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Mononegaviruses of veterinary importance. Volume 2: molecular epidemiology and control.

Book cover for Mononegaviruses of veterinary importance. Volume 2: molecular epidemiology and control.


This book "Mononegaviruses of Veterinary Importance", Volume 2 complements the first volume "Mononegaviruses of Veterinary Importance: Pathobiology and Molecular Diagnosis". This book discusses the epidemiology and control of Mononegaviruses that pose a significant threat to animals in terms of severity and epidemiological risk. It also addresses viruses with zoonotic potential, and many that can ...


Chapter 10 (Page no: 127)

Avian metapneumovirus.

Avian metapneumovirus (aMPV) is the type species of the genus Metapneumovirus in the subfamily Pneumovirinae within the family Paramyxoviridae. The genome encodes eight discrete transcription units, which are generally assumed to code for nine proteins. Genes are flanked by a 3′ leader and 5′ trailer in the order 3′-N (nucleocapsid)-P (phosphoprotein)-M (matrix)-F (fusion)-M2 (second matrix)-SH (small hydrophobic)-G (glycoprotein)-L (large polymerase)-5′. Virions are pleomorphic, with sizes ranging from 50 nm to more than 200 nm. Based on the level of genetic variation and antigenic difference, aMPV isolates have been classified into four distinct subtypes: A, B, C and D. Turkeys and chickens are the most susceptible species and show an upper respiratory disease and reproductive disorders when infected. Pheasants, guinea fowls and ducks can also be affected and develop clinical disease. Since its first appearance in South Africa in the late 1970s, aMPV has been reported worldwide. The main approach to control of aMPV is by the use of live attenuated and inactivated vaccines. Several research groups have attempted development of a novel generation of vaccines, but for each of these approaches protection has been inferior to that afforded by live vaccines.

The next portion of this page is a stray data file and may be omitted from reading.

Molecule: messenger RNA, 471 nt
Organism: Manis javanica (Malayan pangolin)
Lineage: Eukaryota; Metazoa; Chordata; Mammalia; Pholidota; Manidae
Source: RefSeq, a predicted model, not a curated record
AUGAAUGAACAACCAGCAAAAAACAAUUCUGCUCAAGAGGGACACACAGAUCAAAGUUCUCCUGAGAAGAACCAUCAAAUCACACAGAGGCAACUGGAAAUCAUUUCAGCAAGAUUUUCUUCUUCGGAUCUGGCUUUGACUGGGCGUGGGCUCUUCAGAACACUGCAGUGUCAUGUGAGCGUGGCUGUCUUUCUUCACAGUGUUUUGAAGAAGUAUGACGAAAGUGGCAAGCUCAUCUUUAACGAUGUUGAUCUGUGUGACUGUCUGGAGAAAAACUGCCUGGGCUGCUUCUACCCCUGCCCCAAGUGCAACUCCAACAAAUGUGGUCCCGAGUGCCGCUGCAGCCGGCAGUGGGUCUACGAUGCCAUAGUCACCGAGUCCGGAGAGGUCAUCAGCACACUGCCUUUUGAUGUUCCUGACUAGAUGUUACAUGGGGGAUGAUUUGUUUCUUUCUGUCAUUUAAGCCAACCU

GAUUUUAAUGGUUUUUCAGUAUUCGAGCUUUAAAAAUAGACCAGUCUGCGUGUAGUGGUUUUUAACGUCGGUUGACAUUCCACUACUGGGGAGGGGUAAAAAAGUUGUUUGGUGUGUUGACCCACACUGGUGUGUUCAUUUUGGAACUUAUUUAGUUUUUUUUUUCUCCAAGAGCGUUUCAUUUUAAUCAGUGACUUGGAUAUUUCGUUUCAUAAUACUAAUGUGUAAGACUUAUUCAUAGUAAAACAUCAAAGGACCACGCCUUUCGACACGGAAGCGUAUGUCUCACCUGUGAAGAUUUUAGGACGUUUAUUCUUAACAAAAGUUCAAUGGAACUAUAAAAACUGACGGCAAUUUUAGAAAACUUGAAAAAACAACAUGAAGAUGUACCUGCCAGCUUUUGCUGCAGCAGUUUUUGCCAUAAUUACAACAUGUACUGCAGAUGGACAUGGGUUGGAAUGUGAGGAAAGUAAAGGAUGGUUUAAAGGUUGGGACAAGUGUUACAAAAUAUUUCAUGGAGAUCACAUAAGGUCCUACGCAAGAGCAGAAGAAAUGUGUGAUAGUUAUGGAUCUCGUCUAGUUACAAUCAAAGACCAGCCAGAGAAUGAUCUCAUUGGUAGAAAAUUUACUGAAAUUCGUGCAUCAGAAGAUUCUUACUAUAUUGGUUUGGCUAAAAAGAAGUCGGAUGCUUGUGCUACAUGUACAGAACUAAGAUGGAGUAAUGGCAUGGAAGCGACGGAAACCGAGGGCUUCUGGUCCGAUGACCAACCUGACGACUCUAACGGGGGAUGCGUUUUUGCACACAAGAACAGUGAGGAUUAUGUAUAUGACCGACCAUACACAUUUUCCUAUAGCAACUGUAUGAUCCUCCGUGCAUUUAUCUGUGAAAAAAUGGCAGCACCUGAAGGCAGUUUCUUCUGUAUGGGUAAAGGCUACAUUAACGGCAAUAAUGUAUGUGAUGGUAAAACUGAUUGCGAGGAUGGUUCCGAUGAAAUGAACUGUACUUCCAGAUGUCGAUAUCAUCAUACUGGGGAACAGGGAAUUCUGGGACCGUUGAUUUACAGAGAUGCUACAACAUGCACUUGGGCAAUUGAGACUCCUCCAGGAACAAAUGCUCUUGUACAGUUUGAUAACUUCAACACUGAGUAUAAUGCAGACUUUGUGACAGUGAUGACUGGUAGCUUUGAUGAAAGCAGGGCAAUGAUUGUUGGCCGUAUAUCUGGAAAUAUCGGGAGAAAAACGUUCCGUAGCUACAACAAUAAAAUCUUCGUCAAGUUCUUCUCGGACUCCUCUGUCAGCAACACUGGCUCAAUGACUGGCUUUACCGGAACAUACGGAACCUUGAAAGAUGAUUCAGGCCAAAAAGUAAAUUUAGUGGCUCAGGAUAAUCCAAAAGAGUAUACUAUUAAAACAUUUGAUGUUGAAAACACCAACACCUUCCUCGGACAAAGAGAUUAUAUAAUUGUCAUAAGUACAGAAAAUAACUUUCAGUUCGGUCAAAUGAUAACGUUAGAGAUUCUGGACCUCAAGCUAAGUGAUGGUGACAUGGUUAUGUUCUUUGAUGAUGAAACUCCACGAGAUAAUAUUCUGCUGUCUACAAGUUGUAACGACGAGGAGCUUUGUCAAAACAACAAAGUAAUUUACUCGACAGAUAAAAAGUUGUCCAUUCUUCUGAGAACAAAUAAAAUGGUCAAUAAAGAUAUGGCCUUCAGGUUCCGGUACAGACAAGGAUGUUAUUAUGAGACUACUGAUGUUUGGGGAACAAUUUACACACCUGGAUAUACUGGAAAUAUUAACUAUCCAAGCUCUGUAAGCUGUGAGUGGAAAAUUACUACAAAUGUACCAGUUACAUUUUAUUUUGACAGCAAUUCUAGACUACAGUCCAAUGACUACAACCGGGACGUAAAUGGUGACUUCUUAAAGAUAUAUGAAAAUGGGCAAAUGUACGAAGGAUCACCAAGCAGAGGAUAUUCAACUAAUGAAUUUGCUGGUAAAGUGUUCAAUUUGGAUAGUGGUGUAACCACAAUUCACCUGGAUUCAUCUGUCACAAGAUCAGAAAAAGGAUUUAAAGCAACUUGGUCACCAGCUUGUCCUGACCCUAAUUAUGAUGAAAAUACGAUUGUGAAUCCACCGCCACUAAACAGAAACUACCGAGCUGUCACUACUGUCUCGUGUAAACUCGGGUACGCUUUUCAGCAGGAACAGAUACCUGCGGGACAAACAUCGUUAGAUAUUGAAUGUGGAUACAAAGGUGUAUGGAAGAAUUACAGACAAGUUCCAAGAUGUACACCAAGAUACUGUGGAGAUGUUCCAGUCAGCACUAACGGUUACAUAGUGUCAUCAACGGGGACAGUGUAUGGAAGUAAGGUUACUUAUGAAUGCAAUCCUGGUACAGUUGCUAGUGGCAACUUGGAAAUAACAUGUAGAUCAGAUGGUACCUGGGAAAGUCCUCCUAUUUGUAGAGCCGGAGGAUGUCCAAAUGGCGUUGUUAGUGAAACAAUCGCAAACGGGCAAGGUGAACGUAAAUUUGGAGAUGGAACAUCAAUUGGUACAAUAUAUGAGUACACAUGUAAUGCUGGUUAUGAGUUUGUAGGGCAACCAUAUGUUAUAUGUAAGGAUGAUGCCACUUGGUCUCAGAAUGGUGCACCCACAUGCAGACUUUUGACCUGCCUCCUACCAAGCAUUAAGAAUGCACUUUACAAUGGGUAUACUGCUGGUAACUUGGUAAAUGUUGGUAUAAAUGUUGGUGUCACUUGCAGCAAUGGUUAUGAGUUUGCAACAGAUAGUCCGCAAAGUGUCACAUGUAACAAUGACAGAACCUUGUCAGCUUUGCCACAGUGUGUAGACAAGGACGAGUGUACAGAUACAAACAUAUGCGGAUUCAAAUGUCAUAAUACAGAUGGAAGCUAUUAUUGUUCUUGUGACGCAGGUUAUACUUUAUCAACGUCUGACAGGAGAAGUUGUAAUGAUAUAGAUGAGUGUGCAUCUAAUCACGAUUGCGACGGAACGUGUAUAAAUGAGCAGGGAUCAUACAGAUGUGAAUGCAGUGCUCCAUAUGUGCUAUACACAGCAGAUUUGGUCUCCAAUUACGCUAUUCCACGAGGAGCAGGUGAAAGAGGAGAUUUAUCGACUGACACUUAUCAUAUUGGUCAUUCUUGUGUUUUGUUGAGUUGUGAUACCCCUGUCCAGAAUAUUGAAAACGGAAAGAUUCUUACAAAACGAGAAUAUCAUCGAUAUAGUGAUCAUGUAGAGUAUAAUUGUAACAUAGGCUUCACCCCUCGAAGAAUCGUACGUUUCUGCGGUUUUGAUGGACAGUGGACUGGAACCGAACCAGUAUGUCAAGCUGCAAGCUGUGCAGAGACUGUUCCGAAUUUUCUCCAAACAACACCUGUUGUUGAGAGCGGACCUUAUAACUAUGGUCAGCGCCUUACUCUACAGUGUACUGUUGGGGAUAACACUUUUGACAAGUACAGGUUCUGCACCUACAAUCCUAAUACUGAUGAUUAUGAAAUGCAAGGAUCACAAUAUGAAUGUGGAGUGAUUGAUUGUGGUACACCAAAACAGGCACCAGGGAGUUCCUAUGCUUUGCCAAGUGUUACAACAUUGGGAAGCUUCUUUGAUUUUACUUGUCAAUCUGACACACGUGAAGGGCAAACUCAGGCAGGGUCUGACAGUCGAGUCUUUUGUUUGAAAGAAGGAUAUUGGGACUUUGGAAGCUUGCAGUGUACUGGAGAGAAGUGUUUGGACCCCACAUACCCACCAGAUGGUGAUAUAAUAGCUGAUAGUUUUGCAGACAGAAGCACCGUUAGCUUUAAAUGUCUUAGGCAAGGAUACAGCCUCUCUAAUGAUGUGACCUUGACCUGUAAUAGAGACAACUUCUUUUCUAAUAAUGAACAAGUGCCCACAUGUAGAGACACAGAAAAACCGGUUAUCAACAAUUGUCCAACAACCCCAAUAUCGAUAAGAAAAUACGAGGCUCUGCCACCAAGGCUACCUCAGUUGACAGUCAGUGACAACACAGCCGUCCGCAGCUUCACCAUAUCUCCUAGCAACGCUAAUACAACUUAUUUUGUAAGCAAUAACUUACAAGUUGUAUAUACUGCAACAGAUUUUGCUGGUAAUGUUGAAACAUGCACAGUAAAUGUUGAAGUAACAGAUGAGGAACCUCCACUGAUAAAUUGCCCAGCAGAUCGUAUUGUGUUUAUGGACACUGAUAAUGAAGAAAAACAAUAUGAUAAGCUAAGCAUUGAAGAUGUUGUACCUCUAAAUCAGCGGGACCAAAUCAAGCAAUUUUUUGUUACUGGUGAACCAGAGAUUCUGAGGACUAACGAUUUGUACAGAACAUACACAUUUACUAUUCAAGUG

Other chapters from this book

Chapter: 1 (Page no: 1) Bornaviruses. Author(s): Kinnunen, P. M. Wensman, J. J.
Chapter: 2 (Page no: 15) Newcastle disease virus. Author(s): Munir, M.
Chapter: 3 (Page no: 41) Hendra and Nipah viruses. Author(s): Clayton, B. A. Smith, I. L. Marsh, G. A.
Chapter: 4 (Page no: 58) Canine distemper virus. Author(s): Techangamsuwan, S. Pratakpiriya, W.
Chapter: 5 (Page no: 71) Peste des petits ruminants virus. Author(s): Shabbir, M. Z. Munir, M.
Chapter: 6 (Page no: 81) Contribution of epidemiological knowledge and control strategies in the eradication of rinderpest virus. Author(s): Brüning-Richardson, A. Parida, S. Banyard, A. C.
Chapter: 7 (Page no: 98) Bovine parainfluenza virus type 3. Author(s): Spilki, F. R.
Chapter: 8 (Page no: 106) Porcine rubulavirus. Author(s): Berg, M. Cuevas-Romero, S. Moreno-López, J.
Chapter: 9 (Page no: 114) Bovine respiratory syncytial virus. Author(s): Dus Santos, M. J. Mozgovoj, M.
Chapter: 11 (Page no: 144) Rabies virus. Author(s): Brandão, P. E.
Chapter: 12 (Page no: 156) Filoviruses. Author(s): Bradfute, S. B. Jahrling, P. B. Kuhn, J. H.
Chapter: 13 (Page no: 174) Sea mammal morbilliviruses. Author(s): Rubio-Guerri, C. Sánchez-Vizcaíno, J. M.
Chapter: 14 (Page no: 185) Infectious hematopoietic necrosis virus. Author(s): Dhar, A. K. Robles-Sikisaka, R. Orry, A. Allnutt, F. C. T.

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